Rodney Sokoloski used to get up before dawn three times a week and drive two hours from his high desert home to the Los Angeles suburb of Torrance to get hooked up to a dialysis machine.
The blood-cleansing treatment was time-consuming and often left him feeling drained even before his workday began.
Not anymore. After four months of shuttling back-and-forth, the 61-year-old last year switched to doing dialysis at home every night while he sleeps. He starts it after dinner, wheeling the dialysis machine the size of a carry-on suitcase into the living room where he can watch TV or chat with his wife.
"It makes you feel like you're in control of your life," said Sokoloski, whose combination of diabetes and high blood pressure led to kidney disease.
Yet only about 8 percent of kidney patients do dialysis at home. Many don't know they can. Others are afraid to try it. And a limited number of places around the country offer training and support for home dialysis.
New Medicare payment rules that just went into effect could change that. The changes give dialysis clinics more motivation to control costs and raise the amount centers get to teach do-it-yourself dialysis.
As for the patients, Dr. Leslie Spry of the National Kidney Foundation says, once they "experience the difference between home and in-center dialysis most will not return to in-center treatment."
There are two types of dialysis that can be done at home. The older and more widely used method peritoneal dialysis uses the lining of the abdomen to clean out waste. Patients pour a fluid into a tube in their belly and drain it out several times a day, or a machine handles that while the patient rests the approach Sokoloski uses.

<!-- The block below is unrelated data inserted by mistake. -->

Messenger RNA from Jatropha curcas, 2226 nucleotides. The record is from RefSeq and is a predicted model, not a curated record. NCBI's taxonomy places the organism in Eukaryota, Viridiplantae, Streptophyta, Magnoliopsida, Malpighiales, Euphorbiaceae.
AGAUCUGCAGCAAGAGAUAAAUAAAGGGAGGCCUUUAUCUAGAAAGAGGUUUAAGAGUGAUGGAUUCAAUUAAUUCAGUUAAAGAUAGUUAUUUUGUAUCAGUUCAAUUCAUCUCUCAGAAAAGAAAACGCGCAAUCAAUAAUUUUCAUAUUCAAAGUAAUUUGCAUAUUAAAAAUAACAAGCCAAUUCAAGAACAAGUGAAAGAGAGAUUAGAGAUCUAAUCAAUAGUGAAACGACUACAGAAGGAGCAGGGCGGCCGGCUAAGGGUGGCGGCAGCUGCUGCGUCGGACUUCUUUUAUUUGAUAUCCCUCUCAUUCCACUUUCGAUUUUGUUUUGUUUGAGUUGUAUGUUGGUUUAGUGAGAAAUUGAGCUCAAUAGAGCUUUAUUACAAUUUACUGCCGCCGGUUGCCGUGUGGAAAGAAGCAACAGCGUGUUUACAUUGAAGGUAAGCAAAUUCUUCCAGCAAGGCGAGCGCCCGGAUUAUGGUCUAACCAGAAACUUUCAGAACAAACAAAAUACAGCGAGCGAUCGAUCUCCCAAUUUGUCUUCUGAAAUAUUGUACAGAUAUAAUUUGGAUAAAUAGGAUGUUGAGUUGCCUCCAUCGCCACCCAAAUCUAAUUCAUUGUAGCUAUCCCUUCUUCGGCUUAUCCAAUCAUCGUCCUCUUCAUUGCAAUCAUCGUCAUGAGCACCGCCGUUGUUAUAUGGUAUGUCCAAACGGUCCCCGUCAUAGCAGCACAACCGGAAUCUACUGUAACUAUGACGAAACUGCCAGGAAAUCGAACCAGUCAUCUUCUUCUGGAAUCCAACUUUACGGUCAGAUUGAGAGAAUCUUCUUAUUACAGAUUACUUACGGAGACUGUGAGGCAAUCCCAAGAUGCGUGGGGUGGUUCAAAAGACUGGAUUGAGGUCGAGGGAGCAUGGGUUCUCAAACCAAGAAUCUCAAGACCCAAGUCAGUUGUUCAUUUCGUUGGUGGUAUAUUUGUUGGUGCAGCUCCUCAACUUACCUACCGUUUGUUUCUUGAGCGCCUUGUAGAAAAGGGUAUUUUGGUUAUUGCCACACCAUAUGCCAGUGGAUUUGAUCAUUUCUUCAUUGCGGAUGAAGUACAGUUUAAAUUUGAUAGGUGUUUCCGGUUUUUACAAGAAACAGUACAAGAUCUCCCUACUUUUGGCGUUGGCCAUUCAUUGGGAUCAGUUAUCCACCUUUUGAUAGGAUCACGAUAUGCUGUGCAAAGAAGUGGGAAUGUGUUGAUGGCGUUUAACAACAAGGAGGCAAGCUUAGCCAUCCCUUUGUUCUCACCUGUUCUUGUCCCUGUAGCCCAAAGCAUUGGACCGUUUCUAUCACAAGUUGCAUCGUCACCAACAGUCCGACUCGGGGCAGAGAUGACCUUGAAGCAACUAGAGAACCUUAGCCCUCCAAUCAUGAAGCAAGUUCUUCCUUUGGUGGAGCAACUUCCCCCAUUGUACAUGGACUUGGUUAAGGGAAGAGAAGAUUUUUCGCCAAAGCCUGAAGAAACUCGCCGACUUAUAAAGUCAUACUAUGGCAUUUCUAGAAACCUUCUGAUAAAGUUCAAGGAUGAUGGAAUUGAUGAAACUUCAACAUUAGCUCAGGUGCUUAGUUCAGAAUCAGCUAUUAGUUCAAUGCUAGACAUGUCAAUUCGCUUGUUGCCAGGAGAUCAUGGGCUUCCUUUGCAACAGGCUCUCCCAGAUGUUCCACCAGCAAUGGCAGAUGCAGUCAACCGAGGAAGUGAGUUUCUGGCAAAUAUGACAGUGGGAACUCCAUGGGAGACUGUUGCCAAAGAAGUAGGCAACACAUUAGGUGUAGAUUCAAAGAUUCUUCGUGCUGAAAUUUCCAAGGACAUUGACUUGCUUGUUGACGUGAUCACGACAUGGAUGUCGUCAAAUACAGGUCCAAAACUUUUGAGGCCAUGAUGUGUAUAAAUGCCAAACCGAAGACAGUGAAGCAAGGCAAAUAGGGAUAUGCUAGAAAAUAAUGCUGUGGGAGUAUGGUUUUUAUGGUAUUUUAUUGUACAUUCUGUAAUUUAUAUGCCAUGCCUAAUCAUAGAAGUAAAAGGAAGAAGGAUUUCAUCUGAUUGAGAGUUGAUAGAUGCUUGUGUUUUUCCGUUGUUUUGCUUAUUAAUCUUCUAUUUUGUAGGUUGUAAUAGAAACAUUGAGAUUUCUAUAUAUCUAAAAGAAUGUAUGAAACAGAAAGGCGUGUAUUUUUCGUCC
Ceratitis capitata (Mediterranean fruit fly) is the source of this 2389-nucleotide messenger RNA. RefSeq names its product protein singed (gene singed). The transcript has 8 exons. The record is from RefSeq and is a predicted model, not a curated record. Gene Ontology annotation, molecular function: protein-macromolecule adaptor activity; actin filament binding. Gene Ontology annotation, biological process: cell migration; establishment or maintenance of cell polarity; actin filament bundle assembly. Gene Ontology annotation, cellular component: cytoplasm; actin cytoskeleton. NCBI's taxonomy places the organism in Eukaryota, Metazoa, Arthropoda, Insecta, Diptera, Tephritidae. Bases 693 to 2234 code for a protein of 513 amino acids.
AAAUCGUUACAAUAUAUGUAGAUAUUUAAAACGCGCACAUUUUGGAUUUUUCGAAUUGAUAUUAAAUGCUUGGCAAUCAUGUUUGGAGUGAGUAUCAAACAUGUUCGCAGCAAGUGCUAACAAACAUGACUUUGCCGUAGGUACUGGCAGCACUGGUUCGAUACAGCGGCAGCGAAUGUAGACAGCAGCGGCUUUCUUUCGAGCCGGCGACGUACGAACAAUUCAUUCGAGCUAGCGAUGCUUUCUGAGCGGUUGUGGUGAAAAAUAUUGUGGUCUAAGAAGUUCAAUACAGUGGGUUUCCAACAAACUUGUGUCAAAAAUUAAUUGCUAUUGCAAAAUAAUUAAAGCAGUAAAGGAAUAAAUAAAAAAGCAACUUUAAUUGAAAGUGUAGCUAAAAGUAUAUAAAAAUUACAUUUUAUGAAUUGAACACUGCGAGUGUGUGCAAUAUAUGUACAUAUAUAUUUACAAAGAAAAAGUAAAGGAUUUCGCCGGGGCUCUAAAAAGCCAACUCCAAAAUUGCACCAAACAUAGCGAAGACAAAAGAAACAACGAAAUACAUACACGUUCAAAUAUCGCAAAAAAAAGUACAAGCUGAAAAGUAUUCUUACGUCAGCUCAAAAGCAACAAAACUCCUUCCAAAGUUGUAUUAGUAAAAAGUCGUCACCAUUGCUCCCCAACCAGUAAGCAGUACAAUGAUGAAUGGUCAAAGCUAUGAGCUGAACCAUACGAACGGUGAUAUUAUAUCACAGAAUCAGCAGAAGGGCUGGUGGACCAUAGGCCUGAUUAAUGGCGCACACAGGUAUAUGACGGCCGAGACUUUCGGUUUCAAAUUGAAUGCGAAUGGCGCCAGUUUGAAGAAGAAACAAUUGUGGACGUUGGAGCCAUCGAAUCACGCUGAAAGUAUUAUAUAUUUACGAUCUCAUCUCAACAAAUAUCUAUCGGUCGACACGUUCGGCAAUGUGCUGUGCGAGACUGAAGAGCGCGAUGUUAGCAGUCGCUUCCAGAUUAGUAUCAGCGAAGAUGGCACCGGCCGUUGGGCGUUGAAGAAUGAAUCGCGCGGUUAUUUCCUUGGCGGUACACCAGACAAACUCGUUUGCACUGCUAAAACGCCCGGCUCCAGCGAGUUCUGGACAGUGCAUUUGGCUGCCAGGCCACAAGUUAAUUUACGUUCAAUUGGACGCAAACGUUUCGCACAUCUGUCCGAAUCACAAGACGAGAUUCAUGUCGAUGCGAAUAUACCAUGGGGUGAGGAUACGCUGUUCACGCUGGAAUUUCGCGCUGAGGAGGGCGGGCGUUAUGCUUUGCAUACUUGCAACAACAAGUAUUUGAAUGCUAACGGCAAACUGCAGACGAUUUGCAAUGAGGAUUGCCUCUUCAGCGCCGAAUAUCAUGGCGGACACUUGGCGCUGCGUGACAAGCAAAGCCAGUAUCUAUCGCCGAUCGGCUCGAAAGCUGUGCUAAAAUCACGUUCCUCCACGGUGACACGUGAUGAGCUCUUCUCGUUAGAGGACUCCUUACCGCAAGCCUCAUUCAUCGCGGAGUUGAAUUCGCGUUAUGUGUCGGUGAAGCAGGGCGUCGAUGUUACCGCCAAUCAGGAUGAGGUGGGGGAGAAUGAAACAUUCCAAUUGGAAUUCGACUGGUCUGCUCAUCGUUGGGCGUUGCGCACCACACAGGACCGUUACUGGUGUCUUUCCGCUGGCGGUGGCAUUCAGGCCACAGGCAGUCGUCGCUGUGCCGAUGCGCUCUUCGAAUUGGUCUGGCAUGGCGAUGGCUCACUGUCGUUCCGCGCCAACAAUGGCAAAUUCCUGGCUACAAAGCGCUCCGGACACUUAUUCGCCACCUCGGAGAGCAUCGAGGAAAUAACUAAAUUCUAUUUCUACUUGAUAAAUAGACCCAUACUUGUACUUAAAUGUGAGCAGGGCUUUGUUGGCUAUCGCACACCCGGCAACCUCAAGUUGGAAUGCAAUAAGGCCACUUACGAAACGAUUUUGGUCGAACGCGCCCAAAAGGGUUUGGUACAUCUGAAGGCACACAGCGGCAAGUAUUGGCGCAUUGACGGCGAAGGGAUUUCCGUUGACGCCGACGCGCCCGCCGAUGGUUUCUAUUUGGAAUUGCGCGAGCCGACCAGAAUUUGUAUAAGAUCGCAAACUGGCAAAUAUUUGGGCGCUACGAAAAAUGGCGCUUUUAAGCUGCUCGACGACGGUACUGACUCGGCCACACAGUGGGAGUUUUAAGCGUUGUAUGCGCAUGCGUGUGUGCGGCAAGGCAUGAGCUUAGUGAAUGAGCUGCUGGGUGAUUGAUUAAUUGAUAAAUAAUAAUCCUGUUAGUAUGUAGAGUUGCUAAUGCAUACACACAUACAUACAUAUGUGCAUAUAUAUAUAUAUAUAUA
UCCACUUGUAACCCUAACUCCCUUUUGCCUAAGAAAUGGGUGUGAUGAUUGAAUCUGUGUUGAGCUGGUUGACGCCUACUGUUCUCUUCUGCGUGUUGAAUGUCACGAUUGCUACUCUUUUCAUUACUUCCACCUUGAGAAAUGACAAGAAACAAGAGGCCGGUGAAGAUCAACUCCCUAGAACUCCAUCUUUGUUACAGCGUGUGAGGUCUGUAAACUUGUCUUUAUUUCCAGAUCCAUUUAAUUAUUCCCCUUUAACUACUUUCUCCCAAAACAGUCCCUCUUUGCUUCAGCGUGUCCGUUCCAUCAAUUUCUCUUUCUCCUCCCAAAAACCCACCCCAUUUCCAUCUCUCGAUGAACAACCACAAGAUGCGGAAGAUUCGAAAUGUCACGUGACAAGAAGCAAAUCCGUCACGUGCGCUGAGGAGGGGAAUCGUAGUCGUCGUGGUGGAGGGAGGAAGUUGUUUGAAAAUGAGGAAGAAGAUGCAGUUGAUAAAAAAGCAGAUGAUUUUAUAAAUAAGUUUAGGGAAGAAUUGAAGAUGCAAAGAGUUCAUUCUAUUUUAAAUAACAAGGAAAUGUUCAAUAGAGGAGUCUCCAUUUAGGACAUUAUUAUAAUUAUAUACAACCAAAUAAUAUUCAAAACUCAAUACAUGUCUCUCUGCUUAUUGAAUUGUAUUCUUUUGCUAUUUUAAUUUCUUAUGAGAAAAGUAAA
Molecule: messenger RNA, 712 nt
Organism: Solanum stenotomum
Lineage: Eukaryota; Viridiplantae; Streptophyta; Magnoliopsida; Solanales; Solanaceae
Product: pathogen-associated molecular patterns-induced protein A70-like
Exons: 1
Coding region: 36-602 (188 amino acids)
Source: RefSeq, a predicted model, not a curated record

A second, newer method is home hemodialysis. Blood is drawn through a tube from the arm and pumped through a portable machine where it is cleansed and returned to the body. Patients do this four to seven days a week for about 2 1/2 hours each time.
People who prefer home dialysis say it's more convenient, allowing them to set their own schedules and even travel with their dialysis machine. They also like the idea of cleansing their blood of toxins more often because they feel better and don't need to take as many drugs.
Dialysis clinics used to bill Medicare separately for costly medications such as the anti-anemia drug Epogen and often made a profit on it. Under the new payment system, centers get a flat rate for dialysis treatments, and certain lab tests and drugs including Epogen.
This bundling may spur the industry to take a closer look at home therapy since people who dialyze in their living rooms tend to take fewer drugs than those in centers, cutting costs, according to the kidney foundation and some doctors.